By Remitbee - Jun 1, 2019
Whether you’ve been living and raising a family in Canada for years, or just moved here (welcome, by the way!) getting a house is something you’re probably thinking about.
So, how do you get a mortgage in Canada for the first time? And is it even possible for new immigrants?
Just like we’ve busted myths about money transfers, here at Remitbee Online Money Transfer we’re going to take you through how to get a mortgage.
To get a mortgage, there are some things you definitely need:
• Landed status OR a valid work permit with an application for landed status pending.
• Proof of at least 3-months employment in Canada.
• 2-year history of credit repayment or debt history (a credit report from your home country is ok if you’ve not been in Canada for 2 years).
• Information about any assets you might have (a car, for example).
• A deposit saved for your desired home.
• A home you desire!
If you’re new to Canada and don’t have much of a credit score in your home country, considering choosing a secured credit card as soon as you arrive. Remember, don’t spend more than you can afford. Showing that you can pay off a credit card on time each month will help you demonstrate to mortgage lenders that you are responsible!
For immigrants with landed status, you can borrow up to 95% of the property’s value if it’s under CA$500,000.
For properties worth between CA$500,000 and CA$1million, you’ll need to save 5% of the first CA$500,000, plus 10% of the remaining value.
For properties worth over CA$1million, you’ll need to save 20%.
For example, if the home you want is CA$763,600 (the average cost of a house in Toronto) you’ll need to save 5% of the first CA$500,000 which is CA$25,000.
You also need to save 10% of the remaining CA$263,600 which is CA$26,360.
The total down payment you need to save is $51,360.
Once the mortgage is set up, you’ll pay back the remaining CA$712,240 plus interest as a monthly figure, just like you pay rent.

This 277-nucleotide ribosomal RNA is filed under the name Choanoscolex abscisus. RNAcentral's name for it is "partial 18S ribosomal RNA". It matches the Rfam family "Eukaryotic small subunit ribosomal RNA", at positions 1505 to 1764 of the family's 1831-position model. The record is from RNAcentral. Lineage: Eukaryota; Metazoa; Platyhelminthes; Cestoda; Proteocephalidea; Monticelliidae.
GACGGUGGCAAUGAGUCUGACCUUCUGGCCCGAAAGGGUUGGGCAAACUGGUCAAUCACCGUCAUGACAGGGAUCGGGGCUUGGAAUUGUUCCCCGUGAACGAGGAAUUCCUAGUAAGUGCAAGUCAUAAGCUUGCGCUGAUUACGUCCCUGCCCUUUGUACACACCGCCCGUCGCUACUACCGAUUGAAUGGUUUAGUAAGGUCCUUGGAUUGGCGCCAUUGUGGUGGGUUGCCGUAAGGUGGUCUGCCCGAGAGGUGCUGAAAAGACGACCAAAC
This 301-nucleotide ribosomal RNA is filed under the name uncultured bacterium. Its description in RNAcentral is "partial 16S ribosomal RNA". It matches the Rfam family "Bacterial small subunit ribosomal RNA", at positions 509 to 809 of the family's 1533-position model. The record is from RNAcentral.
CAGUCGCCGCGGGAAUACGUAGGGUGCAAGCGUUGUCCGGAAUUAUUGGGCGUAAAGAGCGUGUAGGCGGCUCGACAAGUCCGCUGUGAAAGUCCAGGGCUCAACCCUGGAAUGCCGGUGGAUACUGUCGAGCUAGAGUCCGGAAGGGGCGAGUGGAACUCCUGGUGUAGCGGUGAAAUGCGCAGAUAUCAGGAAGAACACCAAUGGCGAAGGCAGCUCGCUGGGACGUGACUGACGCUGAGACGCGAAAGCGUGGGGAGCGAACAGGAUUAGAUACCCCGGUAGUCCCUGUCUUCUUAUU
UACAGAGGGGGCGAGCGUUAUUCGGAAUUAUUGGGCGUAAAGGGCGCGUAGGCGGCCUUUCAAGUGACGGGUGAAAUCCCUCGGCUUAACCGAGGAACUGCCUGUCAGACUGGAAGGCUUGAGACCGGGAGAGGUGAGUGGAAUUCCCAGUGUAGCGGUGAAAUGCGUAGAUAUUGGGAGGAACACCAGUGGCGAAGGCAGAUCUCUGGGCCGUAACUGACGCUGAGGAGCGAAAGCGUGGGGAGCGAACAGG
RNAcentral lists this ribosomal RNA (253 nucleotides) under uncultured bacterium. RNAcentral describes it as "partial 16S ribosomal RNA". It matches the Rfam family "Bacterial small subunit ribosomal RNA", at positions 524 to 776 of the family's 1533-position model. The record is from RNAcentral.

If your down payment is less than 20%, you also need to pay mortgage default insurance. This can be as high as 4.5% of the mortgage total. But don’t worry! This can be added to the mortgage total, so you pay it off monthly.
The mortgage provider needs to confirm that the monthly cost is something you can afford, so be prepared to prove your income.
Once you’ve got the basic things you need to apply for mortgages, there are a few tiny things you need to keep in mind:
• Shop around for the best rates, just like you would for an online money transfer. Interest on mortgages can add years to your repayment so finding the best rate is important.
• Find a good realtor! This will make the whole house hunting process much more enjoyable.
• Get a good preapproval rate. Once you’ve locked in a rate with a mortgage provider, you have some time to shop around and make that final decision on your house – or change your mind and find somewhere better, without worrying that the rate will change.
• Budget for extra costs – not just furniture for your new home but home inspections, closing costs, repair work and other admin fees you’ll need to pay to realtors, brokers and so on.
This mortgage is probably going to be the biggest financial commitment of your life. Let’s get it right!
A good thing to do is calculate how much it’s going to cost you each month. Besides the mortgage you’ve got to pay bills, fuel for the car (will it be a longer commute now?), apply for schools, home insurance and taxes.
If you’ve not thought about it already, now is a great time to look into tax-free savings which you’re eligible for even as an immigrant in Canada. It makes saving much easier when you’re dealing with a mortgage too.RESP
– Registered Education Savings Plan allows you to save for your children’s education after secondary/high school.RRSP
– Registered Retirement Savings Plan allows you to save for retirement with tax benefits.
Getting a Canada mortgage for new immigrants requires patience, planning and a lot of saving. But it’s definitely achievable and could be in reach!